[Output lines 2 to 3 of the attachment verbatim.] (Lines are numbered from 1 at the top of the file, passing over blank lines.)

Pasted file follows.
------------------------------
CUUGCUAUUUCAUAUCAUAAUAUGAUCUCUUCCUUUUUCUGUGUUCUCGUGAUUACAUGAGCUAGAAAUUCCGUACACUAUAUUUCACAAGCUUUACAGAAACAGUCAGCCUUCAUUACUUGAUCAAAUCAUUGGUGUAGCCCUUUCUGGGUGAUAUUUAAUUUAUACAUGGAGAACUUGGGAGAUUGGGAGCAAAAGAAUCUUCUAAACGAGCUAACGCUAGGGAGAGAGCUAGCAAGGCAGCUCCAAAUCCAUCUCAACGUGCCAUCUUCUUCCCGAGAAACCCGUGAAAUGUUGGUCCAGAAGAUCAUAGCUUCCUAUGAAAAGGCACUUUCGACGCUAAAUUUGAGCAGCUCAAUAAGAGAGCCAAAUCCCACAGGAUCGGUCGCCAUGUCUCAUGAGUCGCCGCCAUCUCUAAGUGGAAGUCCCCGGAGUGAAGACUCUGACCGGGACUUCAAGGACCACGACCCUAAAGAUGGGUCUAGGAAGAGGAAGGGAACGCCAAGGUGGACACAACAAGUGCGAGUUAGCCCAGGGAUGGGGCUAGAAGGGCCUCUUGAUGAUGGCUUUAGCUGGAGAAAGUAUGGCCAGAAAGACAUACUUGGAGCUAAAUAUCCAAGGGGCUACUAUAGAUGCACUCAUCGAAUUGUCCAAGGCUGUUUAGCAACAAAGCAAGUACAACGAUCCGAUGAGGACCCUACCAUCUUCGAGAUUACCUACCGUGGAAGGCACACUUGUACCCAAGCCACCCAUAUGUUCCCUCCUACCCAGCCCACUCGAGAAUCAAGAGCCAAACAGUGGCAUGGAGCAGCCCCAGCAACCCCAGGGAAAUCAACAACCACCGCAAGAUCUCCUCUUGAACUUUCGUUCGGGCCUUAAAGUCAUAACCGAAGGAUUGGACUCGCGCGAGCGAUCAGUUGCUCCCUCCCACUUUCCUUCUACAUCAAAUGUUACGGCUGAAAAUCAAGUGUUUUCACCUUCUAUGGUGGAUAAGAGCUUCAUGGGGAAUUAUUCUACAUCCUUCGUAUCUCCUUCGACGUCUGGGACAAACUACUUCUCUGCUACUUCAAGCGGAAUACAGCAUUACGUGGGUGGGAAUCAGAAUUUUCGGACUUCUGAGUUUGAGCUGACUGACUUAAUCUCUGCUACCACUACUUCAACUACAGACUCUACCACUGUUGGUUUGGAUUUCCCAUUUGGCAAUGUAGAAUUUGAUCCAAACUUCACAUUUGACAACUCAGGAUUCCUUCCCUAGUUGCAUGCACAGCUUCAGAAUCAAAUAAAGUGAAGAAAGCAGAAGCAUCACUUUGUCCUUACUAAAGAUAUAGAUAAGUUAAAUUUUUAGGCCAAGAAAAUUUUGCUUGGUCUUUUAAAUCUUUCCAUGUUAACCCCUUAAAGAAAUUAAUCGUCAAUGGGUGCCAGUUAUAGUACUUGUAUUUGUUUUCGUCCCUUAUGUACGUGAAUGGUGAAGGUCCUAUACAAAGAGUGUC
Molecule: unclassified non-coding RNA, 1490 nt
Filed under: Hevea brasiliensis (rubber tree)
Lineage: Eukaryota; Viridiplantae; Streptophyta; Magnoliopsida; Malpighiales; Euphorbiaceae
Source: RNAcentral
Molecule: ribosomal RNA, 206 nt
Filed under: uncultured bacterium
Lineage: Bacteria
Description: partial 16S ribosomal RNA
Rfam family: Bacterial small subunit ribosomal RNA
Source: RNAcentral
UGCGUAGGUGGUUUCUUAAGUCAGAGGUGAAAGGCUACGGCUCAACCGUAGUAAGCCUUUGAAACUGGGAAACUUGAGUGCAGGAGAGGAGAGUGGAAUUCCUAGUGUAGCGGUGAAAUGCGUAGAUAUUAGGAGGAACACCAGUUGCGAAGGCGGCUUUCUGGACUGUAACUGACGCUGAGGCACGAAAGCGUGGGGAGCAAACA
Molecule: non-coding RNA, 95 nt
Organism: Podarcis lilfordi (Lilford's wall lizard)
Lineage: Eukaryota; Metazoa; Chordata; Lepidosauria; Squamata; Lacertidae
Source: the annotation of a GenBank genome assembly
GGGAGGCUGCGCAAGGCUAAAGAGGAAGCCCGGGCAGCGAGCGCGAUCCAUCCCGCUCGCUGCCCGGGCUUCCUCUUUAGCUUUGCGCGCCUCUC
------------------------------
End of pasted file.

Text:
Molecule: unclassified non-coding RNA, 1490 nt
Filed under: Hevea brasiliensis (rubber tree)